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A porcelain hibachi
Primitive hibachi before Edo period (Fukagawa Edo Museum)
A traditional charcoal hibachi, made circa 1880 - 1900
House of Edo period (Fukagawa Edo Museum)

The hibachi (Japanese: 火鉢, "fire bowl") is a traditional Japanese heating device.

It consists of a round, cylindrical, or a box-shaped, open-topped container, made from or lined with a heatproof material and designed to hold burning charcoal.

In North America, the term "hibachi" refers to a small cooking stove heated by charcoal (called shichirin in Japanese) or to an iron hot plate (called teppan in Japanese) used in teppanyaki restaurants.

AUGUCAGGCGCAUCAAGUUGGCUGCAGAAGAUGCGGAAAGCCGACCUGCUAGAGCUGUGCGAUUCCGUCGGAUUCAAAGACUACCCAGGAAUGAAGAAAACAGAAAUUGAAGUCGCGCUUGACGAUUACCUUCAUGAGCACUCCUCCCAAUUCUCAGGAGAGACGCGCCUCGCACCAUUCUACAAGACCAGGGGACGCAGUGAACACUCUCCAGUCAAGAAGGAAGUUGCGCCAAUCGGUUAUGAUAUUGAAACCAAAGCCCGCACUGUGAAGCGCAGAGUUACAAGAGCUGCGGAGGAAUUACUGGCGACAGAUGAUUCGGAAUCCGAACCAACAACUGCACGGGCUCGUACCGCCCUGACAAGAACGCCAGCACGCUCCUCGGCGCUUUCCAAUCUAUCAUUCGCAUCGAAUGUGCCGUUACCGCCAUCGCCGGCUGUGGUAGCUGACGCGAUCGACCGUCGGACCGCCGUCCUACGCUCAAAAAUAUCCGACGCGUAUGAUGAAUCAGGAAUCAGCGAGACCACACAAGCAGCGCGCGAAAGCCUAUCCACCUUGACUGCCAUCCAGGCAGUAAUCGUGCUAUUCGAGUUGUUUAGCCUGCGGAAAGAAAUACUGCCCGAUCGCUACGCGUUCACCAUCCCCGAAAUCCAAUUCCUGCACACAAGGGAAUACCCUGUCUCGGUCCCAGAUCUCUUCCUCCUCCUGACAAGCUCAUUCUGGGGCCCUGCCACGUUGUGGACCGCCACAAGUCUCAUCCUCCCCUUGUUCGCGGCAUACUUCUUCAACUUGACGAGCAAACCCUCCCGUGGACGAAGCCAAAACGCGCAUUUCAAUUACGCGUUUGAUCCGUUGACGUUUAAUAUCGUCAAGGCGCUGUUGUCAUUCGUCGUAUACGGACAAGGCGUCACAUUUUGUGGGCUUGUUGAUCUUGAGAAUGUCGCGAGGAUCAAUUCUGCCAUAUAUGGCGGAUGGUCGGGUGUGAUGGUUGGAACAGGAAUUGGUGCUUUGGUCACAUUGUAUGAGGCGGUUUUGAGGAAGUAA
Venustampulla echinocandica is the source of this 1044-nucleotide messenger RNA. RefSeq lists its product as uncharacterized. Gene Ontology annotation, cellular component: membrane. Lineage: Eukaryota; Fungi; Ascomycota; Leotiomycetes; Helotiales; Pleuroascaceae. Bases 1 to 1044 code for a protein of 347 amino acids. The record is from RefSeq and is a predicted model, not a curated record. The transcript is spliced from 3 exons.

As with other braziers, charcoal often sits on a layer of ash. To handle the charcoal, most often a pair of metal chopsticks is used, similar to Western fire irons and tongs, called hibashi (火箸, fire chopsticks).

See also[edit]


  • Koizumi, K. (1986). Traditional Japanese Furniture: A Definitive Guide. Tokyo: Kodansha International. ISBN 978-0-87011-722-0
  • Katoh, A. S. & Katoh, Y. (1996). Blue and White Japan. Hong Kong: Turtle Publishing Co. ISBN 978-0-8048-2052-3